How to drape with voile

Updated February 21, 2017

Voile is a lightweight woven fabric usually made from cotton, polyester or a blend of the two. Referred to as a sheer or sheer fabric, it drapes over a rod or tiebacks to create a simple window or headboard treatment. Don't skimp on the length and volume of the voile if a full, luxurious look is desired.

Sketch a design for the voile drape. Include holdbacks or tiebacks that the voile may loop or tie around.

Put rods in desired place for draping. Insert thumbtacks where voile tiebacks will be placed. Hang string from rods the same way you plan to drape the voile, allowing it to dip, loop and curve just like the fabric will. Mark the string with a marking pen at the points where the fabric will begin and end.

Remove the string and measure its total length. Add 10 per cent and divide by 36 to calculate yardage, including extra for finishing and hemming. For example, if your string measures 120 inches, multiply 120 by 1.10 to add 10 per cent, resulting in 132 inches. Divide 132 by 36 to get roughly 3 3/4 yards of fabric.

Place the unfinished voile into place, and adjust as needed. Pin the hems. Remove the voile, and sew the hems. Hang and drape the voile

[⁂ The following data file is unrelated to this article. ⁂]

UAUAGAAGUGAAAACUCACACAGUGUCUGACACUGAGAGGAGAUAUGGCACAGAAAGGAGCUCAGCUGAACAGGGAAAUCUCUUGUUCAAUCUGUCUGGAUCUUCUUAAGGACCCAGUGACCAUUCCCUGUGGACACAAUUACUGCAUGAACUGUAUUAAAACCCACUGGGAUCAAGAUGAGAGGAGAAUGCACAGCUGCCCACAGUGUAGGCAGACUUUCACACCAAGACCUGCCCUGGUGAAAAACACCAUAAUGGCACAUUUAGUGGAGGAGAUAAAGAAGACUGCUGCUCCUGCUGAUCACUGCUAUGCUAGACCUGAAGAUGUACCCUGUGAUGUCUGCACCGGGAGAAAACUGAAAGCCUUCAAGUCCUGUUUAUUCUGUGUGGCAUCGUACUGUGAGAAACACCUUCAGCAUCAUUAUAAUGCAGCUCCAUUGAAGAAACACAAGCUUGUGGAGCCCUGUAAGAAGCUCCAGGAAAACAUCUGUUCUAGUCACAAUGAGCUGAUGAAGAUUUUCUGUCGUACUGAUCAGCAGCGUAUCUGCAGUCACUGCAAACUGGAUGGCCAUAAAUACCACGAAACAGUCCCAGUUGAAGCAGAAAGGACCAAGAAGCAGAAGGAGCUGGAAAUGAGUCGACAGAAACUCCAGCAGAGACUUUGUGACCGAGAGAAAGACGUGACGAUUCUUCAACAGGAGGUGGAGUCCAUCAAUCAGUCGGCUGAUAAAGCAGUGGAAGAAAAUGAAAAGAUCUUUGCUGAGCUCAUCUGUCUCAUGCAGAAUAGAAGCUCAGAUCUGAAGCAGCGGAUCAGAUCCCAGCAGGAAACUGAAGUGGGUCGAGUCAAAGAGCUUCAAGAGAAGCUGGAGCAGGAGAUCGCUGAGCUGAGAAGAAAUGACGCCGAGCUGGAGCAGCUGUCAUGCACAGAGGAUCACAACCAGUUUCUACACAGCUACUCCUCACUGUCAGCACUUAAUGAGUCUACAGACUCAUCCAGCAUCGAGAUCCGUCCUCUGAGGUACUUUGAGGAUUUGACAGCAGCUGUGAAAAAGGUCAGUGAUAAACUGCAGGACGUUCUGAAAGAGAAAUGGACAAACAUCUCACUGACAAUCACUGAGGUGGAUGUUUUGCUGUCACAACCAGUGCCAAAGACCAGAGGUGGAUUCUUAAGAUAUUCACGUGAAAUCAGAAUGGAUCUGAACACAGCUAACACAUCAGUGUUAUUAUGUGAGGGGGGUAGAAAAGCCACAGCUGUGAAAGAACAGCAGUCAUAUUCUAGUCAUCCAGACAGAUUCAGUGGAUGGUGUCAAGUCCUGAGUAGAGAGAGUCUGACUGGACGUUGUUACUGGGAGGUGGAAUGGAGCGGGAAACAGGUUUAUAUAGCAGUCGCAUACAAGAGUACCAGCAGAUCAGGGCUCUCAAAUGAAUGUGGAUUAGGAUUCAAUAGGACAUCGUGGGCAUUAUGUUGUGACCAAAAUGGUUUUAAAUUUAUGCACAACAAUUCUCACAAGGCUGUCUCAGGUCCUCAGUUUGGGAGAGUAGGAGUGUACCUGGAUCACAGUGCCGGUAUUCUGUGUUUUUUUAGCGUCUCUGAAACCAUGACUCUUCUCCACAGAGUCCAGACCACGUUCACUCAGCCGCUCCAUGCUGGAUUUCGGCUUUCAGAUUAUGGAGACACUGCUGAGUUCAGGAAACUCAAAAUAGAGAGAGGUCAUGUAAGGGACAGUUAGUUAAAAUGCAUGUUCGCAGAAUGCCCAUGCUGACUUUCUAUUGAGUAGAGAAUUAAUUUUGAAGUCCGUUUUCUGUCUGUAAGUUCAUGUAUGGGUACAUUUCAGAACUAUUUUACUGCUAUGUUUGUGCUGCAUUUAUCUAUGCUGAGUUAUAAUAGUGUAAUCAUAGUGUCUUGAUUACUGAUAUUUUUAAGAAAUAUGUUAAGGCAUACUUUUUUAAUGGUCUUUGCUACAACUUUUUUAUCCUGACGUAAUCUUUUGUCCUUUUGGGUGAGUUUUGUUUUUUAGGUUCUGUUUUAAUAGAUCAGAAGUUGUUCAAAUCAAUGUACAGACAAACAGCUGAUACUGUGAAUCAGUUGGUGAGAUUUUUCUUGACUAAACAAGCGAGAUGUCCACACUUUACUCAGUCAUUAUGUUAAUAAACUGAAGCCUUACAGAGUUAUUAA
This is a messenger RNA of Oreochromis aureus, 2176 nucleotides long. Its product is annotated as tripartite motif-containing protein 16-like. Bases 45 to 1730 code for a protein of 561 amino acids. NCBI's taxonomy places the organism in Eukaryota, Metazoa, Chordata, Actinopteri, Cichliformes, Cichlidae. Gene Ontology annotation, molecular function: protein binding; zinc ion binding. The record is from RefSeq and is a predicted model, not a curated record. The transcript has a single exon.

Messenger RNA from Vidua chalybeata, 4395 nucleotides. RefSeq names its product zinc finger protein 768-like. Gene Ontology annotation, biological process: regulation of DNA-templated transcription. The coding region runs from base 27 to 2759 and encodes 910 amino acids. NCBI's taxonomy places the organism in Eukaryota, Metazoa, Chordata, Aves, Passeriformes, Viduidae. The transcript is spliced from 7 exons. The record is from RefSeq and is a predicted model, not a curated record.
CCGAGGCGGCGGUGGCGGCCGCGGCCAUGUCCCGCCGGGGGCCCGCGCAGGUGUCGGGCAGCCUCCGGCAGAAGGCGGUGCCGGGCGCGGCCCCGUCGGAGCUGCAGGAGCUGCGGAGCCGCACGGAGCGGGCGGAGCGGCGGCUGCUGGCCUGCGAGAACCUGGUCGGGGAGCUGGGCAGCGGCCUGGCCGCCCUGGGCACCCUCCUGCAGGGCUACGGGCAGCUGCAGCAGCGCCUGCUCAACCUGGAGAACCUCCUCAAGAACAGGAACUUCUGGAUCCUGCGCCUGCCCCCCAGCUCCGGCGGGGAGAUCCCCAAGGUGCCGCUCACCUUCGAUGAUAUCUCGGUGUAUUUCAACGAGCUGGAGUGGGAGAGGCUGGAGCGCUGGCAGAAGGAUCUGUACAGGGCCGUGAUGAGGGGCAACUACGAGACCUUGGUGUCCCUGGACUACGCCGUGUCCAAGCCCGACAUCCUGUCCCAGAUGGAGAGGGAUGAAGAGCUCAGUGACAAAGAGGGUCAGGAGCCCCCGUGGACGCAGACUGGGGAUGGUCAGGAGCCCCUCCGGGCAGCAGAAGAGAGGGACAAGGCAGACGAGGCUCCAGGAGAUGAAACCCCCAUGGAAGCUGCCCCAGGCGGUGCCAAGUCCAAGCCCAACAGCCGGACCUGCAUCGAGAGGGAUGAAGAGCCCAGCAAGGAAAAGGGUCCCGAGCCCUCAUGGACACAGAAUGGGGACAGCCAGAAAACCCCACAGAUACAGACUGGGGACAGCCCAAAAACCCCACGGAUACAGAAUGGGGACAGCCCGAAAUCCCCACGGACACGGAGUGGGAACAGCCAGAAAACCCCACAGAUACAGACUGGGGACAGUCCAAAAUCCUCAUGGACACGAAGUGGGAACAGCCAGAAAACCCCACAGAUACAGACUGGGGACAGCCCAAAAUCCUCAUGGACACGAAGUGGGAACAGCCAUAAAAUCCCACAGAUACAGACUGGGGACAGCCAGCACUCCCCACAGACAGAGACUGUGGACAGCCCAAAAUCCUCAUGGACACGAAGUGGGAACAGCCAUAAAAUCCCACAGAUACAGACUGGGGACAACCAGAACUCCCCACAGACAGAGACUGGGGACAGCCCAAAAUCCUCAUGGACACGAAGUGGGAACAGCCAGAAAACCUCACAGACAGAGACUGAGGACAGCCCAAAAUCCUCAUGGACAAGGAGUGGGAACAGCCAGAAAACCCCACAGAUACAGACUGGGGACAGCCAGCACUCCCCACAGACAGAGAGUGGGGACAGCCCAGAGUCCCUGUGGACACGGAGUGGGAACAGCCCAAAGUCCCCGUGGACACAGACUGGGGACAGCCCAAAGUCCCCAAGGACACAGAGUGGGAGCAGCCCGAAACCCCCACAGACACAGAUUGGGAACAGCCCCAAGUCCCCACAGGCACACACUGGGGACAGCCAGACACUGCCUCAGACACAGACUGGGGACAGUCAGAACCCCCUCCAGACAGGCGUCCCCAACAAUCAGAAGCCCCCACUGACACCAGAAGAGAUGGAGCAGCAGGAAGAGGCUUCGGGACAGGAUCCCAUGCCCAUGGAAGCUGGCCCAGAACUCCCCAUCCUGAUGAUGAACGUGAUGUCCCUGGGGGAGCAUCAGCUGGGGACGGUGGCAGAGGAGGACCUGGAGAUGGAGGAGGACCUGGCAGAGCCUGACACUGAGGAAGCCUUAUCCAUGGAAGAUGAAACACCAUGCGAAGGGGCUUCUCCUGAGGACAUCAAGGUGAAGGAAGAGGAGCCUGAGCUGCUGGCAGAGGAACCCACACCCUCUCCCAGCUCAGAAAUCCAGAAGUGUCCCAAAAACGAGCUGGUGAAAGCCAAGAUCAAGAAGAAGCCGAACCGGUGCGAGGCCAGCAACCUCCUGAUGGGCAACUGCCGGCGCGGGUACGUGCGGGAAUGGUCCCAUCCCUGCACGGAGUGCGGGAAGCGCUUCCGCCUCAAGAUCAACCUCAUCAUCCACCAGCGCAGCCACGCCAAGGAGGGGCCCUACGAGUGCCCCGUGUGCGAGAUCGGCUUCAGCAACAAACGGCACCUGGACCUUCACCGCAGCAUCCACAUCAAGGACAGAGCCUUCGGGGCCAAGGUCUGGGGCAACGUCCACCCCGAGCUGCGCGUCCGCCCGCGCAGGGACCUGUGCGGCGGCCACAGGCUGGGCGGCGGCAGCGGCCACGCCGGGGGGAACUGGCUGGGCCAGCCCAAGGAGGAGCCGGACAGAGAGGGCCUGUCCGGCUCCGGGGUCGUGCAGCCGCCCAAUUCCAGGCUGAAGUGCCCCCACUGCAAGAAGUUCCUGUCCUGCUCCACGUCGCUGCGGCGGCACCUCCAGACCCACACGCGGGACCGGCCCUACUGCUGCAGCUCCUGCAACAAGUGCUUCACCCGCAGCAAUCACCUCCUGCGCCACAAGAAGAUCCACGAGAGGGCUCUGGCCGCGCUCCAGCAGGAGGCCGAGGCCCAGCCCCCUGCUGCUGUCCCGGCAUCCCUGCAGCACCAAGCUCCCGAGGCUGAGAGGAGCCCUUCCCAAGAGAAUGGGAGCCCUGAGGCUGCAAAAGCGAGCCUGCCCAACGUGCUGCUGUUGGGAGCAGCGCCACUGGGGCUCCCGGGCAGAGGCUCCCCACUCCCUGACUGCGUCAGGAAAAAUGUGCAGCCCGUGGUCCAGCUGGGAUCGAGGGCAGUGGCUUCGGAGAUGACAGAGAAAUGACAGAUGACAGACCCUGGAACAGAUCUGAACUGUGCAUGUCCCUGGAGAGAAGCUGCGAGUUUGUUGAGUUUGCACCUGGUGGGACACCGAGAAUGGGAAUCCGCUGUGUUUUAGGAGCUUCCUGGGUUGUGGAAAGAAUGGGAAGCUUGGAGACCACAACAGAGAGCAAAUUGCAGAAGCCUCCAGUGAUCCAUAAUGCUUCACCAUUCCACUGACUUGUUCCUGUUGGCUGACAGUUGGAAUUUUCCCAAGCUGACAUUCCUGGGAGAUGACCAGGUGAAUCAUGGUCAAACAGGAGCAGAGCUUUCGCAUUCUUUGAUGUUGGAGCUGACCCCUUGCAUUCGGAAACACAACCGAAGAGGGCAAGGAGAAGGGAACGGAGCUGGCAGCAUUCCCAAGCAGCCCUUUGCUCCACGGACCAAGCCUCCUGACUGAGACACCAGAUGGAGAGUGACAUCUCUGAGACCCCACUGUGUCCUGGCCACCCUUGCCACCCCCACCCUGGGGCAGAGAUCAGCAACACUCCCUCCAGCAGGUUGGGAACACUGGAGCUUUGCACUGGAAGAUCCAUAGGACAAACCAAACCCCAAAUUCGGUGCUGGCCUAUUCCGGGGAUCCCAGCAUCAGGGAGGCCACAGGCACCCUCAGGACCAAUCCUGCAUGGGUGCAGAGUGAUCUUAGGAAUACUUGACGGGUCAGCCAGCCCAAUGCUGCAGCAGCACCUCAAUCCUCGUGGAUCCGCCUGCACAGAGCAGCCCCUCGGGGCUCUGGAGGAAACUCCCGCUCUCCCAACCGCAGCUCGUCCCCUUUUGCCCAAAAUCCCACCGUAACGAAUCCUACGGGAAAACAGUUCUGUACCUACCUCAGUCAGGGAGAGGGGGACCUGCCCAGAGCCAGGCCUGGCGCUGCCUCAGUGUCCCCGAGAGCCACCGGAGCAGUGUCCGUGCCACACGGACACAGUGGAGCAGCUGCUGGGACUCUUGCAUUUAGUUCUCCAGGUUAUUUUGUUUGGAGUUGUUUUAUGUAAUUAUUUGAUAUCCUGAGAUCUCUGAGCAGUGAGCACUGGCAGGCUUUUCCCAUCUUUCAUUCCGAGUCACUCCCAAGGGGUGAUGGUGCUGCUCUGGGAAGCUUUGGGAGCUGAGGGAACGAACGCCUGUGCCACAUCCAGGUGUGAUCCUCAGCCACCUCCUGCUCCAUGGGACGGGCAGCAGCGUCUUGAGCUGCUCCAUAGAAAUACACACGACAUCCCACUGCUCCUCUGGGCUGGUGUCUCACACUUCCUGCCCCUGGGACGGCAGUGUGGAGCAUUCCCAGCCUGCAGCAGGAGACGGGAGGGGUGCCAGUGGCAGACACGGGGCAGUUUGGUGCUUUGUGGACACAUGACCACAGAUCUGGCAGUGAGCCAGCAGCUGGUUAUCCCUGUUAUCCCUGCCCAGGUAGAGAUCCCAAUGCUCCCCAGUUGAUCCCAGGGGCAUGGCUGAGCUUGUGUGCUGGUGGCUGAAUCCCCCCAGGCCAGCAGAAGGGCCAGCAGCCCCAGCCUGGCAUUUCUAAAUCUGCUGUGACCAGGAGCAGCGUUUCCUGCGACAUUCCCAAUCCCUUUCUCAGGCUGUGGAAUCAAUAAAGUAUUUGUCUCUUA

Trim does not have to be stitched to the voile but instead can be draped along with the voile, utilising tiebacks. Voile is a thin, slippery fabric, so you may have to adjust your sewing machine's tension adjustment before stitching. Use a small-diameter needle for best results. Hand-stitching may be required. Use adhesive foam pads to hold the drape more securely on the rods, if desired. Place adhesive foam pads on rods to secure the voile. Voile filters light but will not protect a room and its furnishings from UV rays. Add a pull-down shade for privacy and to lessen fading from sunlight.

Things You'll Need

  • Thumbtacks
  • String
  • Tape measure
  • Paper and pencil
  • Marking pen
  • Voile
  • Tiebacks or holdbacks
  • Trim (optional)
  • Sewing machine or needle and thread
  • Adhesive foam pads (optional)
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About the Author

Alex Burke holds a degree in environmental design and a Master of Arts in information management. She's worked as a licensed interior designer, artist, database administrator and nightclub manager. A perpetual student, Burke writes Web content on a variety of topics, including art, interior design, database design, culture, health and business.